Saturday, September 13, 2008

Photographic Album September 2008 (1)

Here are some images from our first full week of school. My assistants and I had set up the classroom pretty much the same as when the children had left in June with a few changes here and there. In a three year program there really should not be an "end of a year" as that segments the program into year long periods and in a way it promotes children leaving after a year rather than encouraging a commitment to the entire three or four year stay. So when the returning children came back to school after their "holiday" they went right back to work. Some had work that needed to completed still in their folders from June and independently returned to that work. One child came in, walked straight over to the math area, found his number scroll and sat down to continue it.

After a day of my assistant Patti being asked numerous times to help older children extended their number scrolls, she put together a self-help tray with graph paper strips, a stapler, an eraser and, next to the tray, scotch tape and pencils. It worked wonderfully. They even helped each other now that the materials were available. The returning students picking up their work like knitters pick up a dropped stitch is great in regards to classroom management.

Above: A second year student goes right to the carrot work.

Only the new children lack something to do on occassion, which provides an opportunity for a lesson. This Friday there was so much work being done by the older children that I was able to give several lessons to the new children. Already, older children have lead groups with the youngest new children. All and all, the year has begun well.

Above: A new three year old was so engrossed in his leaf washing work that he even washed the stones placed in the soil around the plant.

A new three year old carefully used the tweezers with his Indian corn work.

Above: Another new three year old does bread crumb work.


Above: Kindergarten children explore with the sensorial materials.


This year, I decided to focus on the hexagon in our geometry area. Therefore we did some work with that geometric shape and have begun growing crystals. As we move towards the winter months, our work with crystals will continue. Then when spring arrives we will shift to the study of bees and the hexagon patterns used in making hives. I have also decided to focus on the sense of smell this year. This does not mean that I will not being using all of the geometric solids and such or using all of the sensorial materials. It simply means that my extension-lessons will focus on the hexagon and on the sense of smell.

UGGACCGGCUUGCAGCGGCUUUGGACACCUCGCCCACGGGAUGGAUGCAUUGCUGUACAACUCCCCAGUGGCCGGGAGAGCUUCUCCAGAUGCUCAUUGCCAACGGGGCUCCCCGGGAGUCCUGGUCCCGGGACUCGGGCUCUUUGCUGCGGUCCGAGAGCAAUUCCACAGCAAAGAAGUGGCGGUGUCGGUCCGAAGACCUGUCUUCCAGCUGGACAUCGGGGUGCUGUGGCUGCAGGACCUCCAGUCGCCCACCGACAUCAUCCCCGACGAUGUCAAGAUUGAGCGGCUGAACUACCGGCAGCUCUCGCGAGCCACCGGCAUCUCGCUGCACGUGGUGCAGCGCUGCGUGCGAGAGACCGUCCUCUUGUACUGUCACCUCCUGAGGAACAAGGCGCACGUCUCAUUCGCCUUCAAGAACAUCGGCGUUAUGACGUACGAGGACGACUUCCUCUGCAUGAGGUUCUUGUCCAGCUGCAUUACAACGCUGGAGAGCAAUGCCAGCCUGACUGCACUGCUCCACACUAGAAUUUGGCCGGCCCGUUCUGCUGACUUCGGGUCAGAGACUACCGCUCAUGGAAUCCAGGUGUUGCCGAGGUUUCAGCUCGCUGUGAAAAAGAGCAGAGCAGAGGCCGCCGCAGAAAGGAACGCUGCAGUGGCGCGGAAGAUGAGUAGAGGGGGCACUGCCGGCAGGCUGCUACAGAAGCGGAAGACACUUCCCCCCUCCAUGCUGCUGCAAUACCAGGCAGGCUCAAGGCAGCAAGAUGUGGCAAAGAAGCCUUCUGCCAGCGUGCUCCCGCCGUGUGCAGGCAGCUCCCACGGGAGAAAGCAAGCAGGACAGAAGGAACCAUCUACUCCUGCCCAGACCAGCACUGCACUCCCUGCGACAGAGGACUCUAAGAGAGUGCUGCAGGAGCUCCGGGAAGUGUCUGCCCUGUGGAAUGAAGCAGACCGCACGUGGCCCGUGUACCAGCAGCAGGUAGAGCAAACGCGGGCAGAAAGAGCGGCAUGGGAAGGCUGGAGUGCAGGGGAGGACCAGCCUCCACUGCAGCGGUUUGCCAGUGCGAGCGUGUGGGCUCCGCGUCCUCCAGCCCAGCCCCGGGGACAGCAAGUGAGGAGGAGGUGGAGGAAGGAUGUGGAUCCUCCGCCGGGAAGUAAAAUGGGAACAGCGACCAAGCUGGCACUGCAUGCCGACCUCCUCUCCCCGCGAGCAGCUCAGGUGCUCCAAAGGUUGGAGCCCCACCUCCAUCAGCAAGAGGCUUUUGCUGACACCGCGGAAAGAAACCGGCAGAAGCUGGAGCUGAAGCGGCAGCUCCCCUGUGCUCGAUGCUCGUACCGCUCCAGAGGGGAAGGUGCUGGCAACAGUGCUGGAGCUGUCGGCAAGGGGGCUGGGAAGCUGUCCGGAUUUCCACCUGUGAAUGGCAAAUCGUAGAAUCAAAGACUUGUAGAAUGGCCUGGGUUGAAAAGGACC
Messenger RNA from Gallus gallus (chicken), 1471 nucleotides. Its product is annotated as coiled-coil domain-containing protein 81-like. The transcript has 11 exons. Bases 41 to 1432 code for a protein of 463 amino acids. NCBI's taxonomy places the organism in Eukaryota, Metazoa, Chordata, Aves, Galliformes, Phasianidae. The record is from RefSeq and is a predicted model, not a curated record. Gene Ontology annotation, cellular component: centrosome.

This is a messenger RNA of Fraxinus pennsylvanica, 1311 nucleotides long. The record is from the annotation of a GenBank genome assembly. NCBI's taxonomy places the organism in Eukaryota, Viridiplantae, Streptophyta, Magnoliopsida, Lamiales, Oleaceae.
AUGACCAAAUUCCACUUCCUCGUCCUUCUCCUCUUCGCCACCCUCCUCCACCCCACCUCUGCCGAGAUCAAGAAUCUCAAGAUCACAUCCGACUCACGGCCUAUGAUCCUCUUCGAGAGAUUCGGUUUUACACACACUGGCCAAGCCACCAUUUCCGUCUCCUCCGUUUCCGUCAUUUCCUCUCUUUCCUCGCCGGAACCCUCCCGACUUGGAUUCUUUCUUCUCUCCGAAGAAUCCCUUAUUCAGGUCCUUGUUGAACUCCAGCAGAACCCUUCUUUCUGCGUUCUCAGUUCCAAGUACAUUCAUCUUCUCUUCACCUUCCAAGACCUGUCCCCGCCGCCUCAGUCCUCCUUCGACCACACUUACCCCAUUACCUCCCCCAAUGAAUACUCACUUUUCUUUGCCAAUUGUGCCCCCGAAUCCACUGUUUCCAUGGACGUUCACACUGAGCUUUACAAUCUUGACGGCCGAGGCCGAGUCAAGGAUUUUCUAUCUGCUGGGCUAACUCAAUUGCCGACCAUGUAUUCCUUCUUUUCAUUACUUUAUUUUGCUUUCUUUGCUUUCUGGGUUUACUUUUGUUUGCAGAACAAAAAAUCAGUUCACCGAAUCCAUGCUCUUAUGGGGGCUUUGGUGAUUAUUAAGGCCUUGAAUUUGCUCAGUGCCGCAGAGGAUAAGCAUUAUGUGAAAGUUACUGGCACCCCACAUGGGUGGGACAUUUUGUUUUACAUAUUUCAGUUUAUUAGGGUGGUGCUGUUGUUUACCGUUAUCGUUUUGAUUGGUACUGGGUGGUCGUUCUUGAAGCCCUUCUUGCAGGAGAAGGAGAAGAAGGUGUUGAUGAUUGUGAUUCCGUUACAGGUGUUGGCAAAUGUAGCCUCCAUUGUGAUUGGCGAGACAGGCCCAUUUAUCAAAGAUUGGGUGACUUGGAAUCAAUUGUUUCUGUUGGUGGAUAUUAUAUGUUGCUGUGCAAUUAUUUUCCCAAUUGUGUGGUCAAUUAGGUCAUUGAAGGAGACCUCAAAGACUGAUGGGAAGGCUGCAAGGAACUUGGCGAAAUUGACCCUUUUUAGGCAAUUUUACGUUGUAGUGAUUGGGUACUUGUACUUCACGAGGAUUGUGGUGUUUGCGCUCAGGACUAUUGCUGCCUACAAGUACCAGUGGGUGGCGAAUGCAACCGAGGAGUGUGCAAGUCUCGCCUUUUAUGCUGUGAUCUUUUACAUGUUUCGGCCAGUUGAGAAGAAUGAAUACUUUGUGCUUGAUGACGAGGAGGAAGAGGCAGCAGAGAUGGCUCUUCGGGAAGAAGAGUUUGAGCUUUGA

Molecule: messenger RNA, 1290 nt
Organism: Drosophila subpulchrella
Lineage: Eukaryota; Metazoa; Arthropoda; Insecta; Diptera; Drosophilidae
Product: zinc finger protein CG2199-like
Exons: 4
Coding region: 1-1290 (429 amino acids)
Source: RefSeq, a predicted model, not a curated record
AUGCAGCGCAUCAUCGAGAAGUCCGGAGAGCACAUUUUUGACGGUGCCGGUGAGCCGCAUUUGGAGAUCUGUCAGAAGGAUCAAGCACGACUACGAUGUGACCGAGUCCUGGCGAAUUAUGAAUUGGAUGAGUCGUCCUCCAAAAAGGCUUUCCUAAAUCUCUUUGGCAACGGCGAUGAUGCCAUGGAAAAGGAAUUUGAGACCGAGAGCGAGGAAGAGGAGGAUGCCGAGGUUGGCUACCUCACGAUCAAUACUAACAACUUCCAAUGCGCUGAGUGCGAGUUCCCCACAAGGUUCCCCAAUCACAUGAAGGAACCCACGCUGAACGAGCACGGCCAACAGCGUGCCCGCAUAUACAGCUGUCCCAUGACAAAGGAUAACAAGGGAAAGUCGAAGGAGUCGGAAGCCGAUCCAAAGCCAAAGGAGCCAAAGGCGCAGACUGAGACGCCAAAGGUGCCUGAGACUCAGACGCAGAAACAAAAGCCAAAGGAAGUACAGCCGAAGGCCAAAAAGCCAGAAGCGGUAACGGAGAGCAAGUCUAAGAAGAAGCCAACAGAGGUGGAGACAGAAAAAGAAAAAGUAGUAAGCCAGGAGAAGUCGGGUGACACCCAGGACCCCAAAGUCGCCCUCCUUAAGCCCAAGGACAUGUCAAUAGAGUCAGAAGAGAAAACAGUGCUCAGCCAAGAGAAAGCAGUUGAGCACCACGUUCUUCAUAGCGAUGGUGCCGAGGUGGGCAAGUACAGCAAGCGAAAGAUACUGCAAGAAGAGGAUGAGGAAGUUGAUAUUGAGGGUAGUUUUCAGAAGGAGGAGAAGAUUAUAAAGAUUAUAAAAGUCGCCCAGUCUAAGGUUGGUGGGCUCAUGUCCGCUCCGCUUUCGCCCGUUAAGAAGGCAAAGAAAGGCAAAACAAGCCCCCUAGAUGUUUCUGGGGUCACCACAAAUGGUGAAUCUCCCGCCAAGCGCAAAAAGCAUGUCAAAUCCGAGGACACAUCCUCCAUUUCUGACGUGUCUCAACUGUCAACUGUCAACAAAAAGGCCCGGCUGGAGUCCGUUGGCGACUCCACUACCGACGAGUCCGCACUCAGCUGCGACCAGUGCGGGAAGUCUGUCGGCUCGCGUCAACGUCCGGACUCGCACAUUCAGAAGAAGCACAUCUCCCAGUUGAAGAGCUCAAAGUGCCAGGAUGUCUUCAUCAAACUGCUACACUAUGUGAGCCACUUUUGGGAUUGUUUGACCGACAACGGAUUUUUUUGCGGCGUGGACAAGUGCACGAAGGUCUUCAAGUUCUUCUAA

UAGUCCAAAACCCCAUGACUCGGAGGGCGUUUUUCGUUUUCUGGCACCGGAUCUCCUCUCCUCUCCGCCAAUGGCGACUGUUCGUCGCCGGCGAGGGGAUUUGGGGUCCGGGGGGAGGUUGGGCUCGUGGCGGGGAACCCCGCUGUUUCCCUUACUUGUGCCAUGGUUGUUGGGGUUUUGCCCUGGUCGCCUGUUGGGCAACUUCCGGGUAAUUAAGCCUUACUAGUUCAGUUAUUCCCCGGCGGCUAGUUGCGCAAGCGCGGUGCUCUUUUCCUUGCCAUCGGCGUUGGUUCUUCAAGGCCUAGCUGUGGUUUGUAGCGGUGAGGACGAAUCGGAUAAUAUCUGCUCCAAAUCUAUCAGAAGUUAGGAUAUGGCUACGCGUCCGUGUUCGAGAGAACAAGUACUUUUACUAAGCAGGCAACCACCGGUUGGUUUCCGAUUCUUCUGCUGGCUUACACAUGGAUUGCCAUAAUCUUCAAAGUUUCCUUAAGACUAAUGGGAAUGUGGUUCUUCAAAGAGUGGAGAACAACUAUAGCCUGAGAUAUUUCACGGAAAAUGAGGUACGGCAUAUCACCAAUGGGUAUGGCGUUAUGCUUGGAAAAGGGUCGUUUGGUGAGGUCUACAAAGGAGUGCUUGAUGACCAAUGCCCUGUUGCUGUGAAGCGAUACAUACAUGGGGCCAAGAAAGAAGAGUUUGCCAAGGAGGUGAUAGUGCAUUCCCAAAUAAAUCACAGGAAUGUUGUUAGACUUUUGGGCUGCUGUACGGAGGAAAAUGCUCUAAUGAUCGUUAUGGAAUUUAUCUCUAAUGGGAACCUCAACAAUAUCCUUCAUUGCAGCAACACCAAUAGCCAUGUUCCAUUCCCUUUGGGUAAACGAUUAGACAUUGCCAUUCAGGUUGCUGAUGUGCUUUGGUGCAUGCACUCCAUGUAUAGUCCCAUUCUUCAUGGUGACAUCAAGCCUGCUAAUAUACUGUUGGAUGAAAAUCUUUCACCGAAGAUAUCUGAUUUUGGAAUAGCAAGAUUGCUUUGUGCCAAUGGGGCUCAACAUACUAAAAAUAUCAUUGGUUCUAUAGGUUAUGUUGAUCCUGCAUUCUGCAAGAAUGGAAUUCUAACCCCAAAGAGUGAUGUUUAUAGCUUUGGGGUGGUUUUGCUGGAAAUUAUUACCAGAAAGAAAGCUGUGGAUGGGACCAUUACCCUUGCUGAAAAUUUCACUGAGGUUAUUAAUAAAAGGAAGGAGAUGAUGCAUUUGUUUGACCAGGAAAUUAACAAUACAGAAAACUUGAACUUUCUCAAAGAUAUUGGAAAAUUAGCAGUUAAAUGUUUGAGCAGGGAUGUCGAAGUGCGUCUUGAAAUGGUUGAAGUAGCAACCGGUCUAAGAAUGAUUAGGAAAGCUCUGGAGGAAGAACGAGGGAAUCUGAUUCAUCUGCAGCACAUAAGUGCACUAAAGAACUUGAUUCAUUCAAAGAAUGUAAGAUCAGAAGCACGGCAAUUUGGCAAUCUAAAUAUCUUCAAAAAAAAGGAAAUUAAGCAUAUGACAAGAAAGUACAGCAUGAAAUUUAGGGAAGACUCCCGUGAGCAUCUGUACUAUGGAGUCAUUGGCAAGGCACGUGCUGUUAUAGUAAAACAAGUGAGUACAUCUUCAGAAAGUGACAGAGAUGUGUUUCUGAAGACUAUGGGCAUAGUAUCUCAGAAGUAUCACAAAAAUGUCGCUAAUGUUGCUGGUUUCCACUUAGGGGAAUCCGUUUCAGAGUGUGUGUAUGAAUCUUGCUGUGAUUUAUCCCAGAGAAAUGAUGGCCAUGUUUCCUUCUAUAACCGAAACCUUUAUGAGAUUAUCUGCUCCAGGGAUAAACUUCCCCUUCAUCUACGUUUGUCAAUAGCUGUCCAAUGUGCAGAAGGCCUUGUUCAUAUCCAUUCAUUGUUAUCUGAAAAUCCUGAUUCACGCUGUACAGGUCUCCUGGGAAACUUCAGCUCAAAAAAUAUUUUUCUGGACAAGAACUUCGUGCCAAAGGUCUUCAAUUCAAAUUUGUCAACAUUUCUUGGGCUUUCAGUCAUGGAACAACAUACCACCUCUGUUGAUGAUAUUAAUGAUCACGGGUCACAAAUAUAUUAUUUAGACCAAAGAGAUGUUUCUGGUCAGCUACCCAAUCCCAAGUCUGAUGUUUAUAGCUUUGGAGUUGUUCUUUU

I continue to carefully complete the room finding hand embroidered towels for the hand washing table (above),

replacing the old sand tray table with one I purchased at the thrift (above) and completing the continent folders (my assistants Patti and Cristina did a wonderful job mounting and laminating the pictures I found).

Above: Also, I was so lucky to find an amazing piece of furniture for the children's work folders.

Another tremendous find where the above architecture models for the geography area. I love them and so do the children.

We ended the week with the bell game. Here a child walks the bell across the room and places it in front of a child who then walks it to another. The goal of the game is to not have the bell ring. New children get three rings when they first try. If the bell does ring the child carrying it returns with it to their place in the circle and tries again. This is not a punishment but a new opportunity to deliver the bell without it ringing. Children really enjoy this game. Years ago, I saw a child try 5 times before he was able to walk across the room and place his bell in front of a fellow classmate without the bell ringing. The room was completely silent as he walked and when he finished the children spontaneously began clapping. They were so pleased at his success.

My last word is this: Welcome aboard Mrs. Patti Ryan. I am glad you have joined the classroom.


Child's said...

Susan, you always give me so much food for thought. I was trained to begin each year with almost empty P.L and Sensorial shelves, with just language and math out for returning students. You have convinced me that your approach is actually consonant with Montessori philosophy, and I can't wait to make some changes tomorrow. Have you done any work as a consultant, and would you consider traveling to our school in NJ (30 minutes from NYC) to do a day of professional development with our staff? Thank you for your insightful posts!
Susan Lazev
Child's Way

Susan Y. Dyer said...

To Susan Lazey,

I can do that. Email me some dates. Mondays or Fridays are best for me. My Father lives in Princeton so I would take the opportunity to visit him. Also think about what you would like me to focus on when I am there ex. a specific area such as Practical Life, overall classroom management or set up. This would be very helpful for both of us. Please send me the above details via my email

I am looking forward to meeting you and your staff.

Susan Dyer